Dynetics to celebrate its Alabama aerospace expansion

Monday August 21, 2017

Dynetics, Inc. is celebrating its Alabama aerospace expansion with two major announcements - the Dynetics Aerospace Structures Complex groundbreaking in Decatur and the completion of NASA's Space Launch System (SLS) rocket Core Stage Pathfinder vehicle in Cordova. The complex's groundbreaking will be Tuesday, August 29 at 10 a.m. on 60 Booster Boulevard in Decatur, near the United Launch Alliance facility. The NASA SLS Core Stage Pathfinder vehicle completion event will be Thursday, August 31 at 10 a.m. at G&G Steel on 6275 Horse Creek Boulevard in Cordova.

Building Large Aerospace Structures

The new complex will bring a capability to North Alabama to support the development and testing of large aerospace structures. The complex will have three buildings under development - Test Stand 1, Test Control Center and the Hardware Integration Facility. Dynetics will use the facility to build the NASA SLS Universal Stage Adapter and perform structural testing for the Department of Defense, NASA and commercial customers.

"Developing and testing these large structures are significant for Dynetics and the future of space exploration. This facility will add another capability to Alabama's aerospace industry," said David King, Dynetics chief executive officer.

Alabama's elected officials see the new facility as an opportunity for the state.

Congressman Mo Brooks (AL-05) said, "I am extremely grateful for the continued investment of Dynetics in North Alabama.   The facility, scheduled to be completed in 2018, increases Alabama's footprint in the defense and aerospace sector and is a testament to the highly-skilled workforce in our great state.  We are fortunate to have some of the most dedicated engineers, scientists, and technology professionals in the nation, and I commend this exciting expansion."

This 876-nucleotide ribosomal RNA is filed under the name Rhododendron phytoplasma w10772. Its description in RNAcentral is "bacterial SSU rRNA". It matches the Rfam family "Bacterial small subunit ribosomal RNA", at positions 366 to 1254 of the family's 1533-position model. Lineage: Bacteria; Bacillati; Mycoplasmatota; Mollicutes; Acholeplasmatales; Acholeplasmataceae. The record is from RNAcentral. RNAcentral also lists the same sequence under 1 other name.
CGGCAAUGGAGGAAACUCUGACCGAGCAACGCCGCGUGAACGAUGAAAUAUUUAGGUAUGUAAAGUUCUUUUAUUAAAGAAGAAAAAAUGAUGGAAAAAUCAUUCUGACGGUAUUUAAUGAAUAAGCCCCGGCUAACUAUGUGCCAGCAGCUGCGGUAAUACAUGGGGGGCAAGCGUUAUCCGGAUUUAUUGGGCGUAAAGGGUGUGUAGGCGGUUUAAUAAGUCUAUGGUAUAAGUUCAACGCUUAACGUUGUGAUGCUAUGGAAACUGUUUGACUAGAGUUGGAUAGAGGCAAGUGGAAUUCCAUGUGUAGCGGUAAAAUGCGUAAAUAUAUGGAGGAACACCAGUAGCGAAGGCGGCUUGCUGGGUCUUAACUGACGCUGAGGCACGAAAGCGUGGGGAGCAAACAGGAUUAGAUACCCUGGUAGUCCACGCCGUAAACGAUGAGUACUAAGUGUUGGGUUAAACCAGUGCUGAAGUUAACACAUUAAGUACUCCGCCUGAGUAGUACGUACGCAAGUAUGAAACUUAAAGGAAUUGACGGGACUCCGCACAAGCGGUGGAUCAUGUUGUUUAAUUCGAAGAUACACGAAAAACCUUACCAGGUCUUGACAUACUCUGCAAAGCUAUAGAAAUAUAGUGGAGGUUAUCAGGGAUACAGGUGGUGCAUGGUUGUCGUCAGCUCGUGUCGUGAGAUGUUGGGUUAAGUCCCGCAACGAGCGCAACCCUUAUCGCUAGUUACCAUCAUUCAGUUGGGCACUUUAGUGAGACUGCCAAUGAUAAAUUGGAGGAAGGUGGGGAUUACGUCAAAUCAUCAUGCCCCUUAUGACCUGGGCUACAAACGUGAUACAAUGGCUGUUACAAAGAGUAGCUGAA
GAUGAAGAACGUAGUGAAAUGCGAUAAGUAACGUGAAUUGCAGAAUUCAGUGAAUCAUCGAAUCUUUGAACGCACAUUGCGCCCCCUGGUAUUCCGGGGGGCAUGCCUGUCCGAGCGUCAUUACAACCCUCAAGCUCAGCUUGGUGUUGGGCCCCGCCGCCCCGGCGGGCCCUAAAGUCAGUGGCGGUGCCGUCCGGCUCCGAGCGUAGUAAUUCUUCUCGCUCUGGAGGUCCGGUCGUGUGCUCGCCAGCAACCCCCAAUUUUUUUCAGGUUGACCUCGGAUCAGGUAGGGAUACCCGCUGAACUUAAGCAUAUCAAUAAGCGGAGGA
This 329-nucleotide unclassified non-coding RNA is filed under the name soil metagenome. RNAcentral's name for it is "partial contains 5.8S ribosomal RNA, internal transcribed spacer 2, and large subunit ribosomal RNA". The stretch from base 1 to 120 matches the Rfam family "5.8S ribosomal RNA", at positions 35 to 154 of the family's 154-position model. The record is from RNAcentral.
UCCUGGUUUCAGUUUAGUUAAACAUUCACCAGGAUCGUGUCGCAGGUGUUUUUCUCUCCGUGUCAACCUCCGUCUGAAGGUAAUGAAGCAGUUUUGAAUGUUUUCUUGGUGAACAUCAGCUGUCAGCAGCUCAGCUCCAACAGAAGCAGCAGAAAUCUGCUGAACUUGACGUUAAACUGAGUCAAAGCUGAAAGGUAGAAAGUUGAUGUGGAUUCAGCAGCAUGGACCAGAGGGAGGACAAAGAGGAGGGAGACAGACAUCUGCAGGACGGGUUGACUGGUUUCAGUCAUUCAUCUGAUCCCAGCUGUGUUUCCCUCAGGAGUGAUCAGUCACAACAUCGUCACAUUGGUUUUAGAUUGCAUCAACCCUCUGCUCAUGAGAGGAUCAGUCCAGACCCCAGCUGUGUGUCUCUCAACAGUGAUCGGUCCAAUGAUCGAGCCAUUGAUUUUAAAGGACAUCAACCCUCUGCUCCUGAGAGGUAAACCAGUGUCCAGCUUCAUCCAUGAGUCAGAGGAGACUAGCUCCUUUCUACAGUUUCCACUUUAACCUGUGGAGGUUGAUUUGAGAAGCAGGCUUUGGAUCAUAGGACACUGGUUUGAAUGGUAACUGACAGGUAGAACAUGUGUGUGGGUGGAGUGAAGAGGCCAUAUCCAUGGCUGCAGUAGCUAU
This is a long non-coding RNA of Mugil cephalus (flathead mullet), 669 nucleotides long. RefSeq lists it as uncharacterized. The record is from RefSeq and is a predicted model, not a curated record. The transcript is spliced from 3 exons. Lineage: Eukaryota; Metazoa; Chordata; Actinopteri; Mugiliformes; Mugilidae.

"Dynetics is taking the lead in shaping the final frontier. This facility will bring new jobs and new innovations, but it will also be a key piece in America reasserting itself as the world's leader in space exploration," said Congressman Robert Aderholt (AL-04).

 "North Alabama continues to lead in the research and development of aerospace technology and propulsion efforts," said Senator Richard Shelby (R-AL). "The new Dynetics integration and test facility will be a national asset and will build on Alabama's great legacy in this innovative and important work."

Dynetics selected the north Alabama site because of the area's storied history of rocket development and testing and its convenient location on the Tennessee River - enabling ease of transportation. This testing complex will be an addition to the other Dynetics facilities that are supporting the development of launch systems in the Huntsville area, including NASA's Space Launch System.

The Decatur Industrial Development Board, Morgan County, the Tennessee Valley Authority and the State of Alabama all provided incentives to the project.

Completing Space Hardware

Dynetics played an integral role in the completion of NASA's SLS Core Stage Pathfinder, a critical piece of hardware for reducing the risk of first-time operations with the rocket's 212-foot-tall core stage. NASA awarded Radiance Technologies the pathfinder vehicle delivery order under the Engineering Solutions and Prototyping contract with Dynetics as the technical lead. G&G Steel was added to perform the final welding and major assembly operations in their commercial facility on the Black Warrior River.

"We have worked with some of the brightest Alabama companies to complete the SLS core stage pathfinder. The team brought together valuable engineering and technical skills, for which North Alabama is known. The pathfinder vehicle is an excellent way for us to put those skills to use while supporting America's space program," said Kim Doering, Dynetics Space Division manager.

The pathfinder vehicle will be used to demonstrate core stage operations and transportation, including routes for testing, assembly and launch. The vehicle, constructed from steel replicates key core stage characteristics -  212 feet long with a 27.6-foot diameter, and weighs 230,000 pounds.

The companies began construction in early 2016. NASA will accept the hardware after it is delivered by barge from Cordova to the NASA Michoud Assembly Facility (MAF) in New Orleans, Louisiana. NASA will use the pathfinder to demonstrate core stage handling and transportation at Michoud, NASA's Stennis Space Center near Bay St. Louis, Mississippi and Kennedy Space Center in Florida.

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